No amount of words can really give enough credit to the Hokie defense, young and old. Bruce Taylor was all over the field. Derrick "MAN-BEAR-PIG" Hopkins was a standout. Kyle Fuller played run support to a T. Dietrick Bonner was in position to make two interceptions. Everyone contributed. However, the biggest play of the game serves as a testament to the two most improved Hokie defenders and Bud Foster's unique scheme.
With the Hokies finally gaining some momentum after a Cody Journell field goal, the defense came out needing to get a stop after a short kickoff. On 3rd-down-and-10, Foster called a unique defensive set that brought into play the unique skills of Alonzo Tweedy and Antone Exum. Foster called a "double X" defense. Normally when teams run this look, they use a safety to bracket the most dangerous wide receiver. In this case, Foster uses Tweedy as the press defender against Brandon Thompson, with Exum playing a deep third safety to provide help over the top.
Rutgers calls a Go route against this coverage, which is a terrible call against a deep safety, HOWEVER, Nova reads that a linebacker is in man coverage on his soon to be NFL drafted wide receiver, and immediately checks to that route. Nova throws quickly as he gets pressure up from Gayle and Marshall. Perhaps to the shock of the Rutgers quarterback, but not to Key Player readers who have seen the Tweedy speed chart, not only is Tweedy with Brandon Thompson, but he is closer to the ball than Thompson is. Also, Exum is in perfect position over the top to make an easy interception on the overthrow.
My writing made it clear from early this season that I was going to be critical of Antone Exum. Nobody other than Logan Thomas had more pressure to perform than Exum, and he put a target on his back by making bold comments in the preseason. I hammered Exum for his inability to come out of breaks and his poor run support early in the season. But, as the season progressed, no Hokie improved more than Antone Exum. He is outstanding in turn and run cover 1. He still can play a deep third using his experience as a safety. He occasionally struggles against deep comeback routes when he backpedals out too early, but his growth leads me to believe that he will fix that weakness. Major credit goes to Antone, who made a difficult transition and improved in the face of harsh criticism.
Alonzo Tweedy has become my Danny Coale for this season. He was relegated to 3rd team whip almost immediately during preseason camp, after a great performance in the Sugar Bowl. He has his degree, and with little chance of a NFL future, he could have just mailed it in and gone through the motions all season. Instead, he excelled as a special teams dynamo and bided his time. When he got his opportunity, he grabbed it with gusto. He is a lesson to all future Hokies about perseverance and, despite the disappointment of this season should give us all a good feeling.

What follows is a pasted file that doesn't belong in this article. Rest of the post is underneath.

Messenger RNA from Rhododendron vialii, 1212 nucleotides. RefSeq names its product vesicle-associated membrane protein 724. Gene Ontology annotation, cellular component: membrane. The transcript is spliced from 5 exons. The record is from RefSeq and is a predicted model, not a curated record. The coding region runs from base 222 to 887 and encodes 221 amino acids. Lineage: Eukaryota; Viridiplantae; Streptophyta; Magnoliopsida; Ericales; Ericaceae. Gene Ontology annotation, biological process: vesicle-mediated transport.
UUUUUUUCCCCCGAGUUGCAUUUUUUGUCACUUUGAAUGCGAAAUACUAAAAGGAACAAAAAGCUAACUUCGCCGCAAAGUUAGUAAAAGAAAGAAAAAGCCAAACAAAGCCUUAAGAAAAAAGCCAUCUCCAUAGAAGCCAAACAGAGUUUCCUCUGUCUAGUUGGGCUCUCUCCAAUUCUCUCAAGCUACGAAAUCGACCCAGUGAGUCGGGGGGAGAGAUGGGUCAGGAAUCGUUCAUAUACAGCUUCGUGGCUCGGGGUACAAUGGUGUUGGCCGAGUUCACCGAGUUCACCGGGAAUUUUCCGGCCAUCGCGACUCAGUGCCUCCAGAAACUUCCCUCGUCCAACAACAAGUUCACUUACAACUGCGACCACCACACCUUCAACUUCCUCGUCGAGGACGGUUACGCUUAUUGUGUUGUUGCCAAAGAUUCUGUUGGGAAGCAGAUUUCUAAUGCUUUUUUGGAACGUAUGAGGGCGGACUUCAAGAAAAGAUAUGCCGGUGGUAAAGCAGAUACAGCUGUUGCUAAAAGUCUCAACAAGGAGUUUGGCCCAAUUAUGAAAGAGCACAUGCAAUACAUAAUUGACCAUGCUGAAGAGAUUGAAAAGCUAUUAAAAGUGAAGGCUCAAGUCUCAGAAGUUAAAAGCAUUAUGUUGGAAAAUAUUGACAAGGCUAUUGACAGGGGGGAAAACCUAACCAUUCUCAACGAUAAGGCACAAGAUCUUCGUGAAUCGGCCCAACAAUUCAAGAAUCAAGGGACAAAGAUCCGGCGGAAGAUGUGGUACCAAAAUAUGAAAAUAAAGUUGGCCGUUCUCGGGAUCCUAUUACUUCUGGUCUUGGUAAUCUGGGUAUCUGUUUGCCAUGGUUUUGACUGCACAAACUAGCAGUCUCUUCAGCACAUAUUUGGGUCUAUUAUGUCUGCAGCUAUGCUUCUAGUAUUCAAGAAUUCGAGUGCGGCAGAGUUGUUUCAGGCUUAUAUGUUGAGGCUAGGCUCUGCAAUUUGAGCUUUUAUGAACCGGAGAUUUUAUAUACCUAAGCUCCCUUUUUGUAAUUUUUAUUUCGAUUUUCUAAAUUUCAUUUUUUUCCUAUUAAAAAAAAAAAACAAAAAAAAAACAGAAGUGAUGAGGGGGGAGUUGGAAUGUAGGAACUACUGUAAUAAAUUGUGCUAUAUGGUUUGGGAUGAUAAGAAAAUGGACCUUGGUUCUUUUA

Looking Ahead to #BEATBAMA
You may ask, besides the comedy, why I didn't review any of the offense. The reason is simple. What we saw in the Russell Athletic Bowl most likely is not a reflection for what the Virginia Tech offense will look like in 2013. Other than J.C. Coleman, there was not any yardage gained by a Hokie back or receiver that will be on the team next season. We have no idea if Logan Thomas returns, and if he does, how will he adapt to a new system. We didn't see contributions from young receivers like Demetri Knowles or Kevin Asante (although Willie Byrn got a look at punt returner). The interior of the offensive line was dominated by the Rutgers front four, and who knows if they will be starters next year. Spring practice and fall camp will be full of intrigue on the offensive side of the ball.
Defensively, I think that the defensive line is perfectly suited to counter the strength that Alabama (who loses experience but likely will have tremendous talent up front) brings to the table. This attacking, gap penetrating scheme can confuse inexperienced players, and we have seen the athleticism to make plays after the initial burst improve all season. With improved secondary and a quicker linebacker corps, I think this will continue grow into a dominant defense, and the strength of the team is a great match for the zone blocking one back offense that Alabama utilizes.
In order to take that step, several things need to happen.
- Tariq Edwards must be healthy, and improve over 2011 in taking on and shedding blocks. Alabama targeted the backer in the 2009 encounter, and I would imagine that they will run at Edwards in the 4-4 look.
- If James Gayle does leave for the NFL, J.R. Collins must return to his 2011 form. Dadi Nicolas has the potential to be an explosive pass rusher, but he isn't good enough against the run to be an every down player. Teams will allow him to get upfield, double the defensive tackle, and try to seal the linebacker. I wouldn't be stunned if Ekanem or Wyatt Teller gets a look in the two deep, as the 4-4 somewhat negates the need for the edge rusher.
- Kris Harley must establish himself as a defensive tackle that can play at least 30 percent of the snaps, and the Hokies must find another 2nd team defensive tackle if Collins has to play end.
- The Hokies have to develop one additional cover corner. If there is one thing that I don't like to point out about this defense, it is that Kyle Fuller, while a terrific football player, is not a terrific man-cover corner. Kendall, Manning, Riley, and Tookes will be a terrific battle in fall camp for that coveted spot, which becomes more critical if Exum goes to the NFL.
Until we see a coaching change and/or national signing day, I'll leave you with, LET'S GO HOKIES. BEAT BAMA!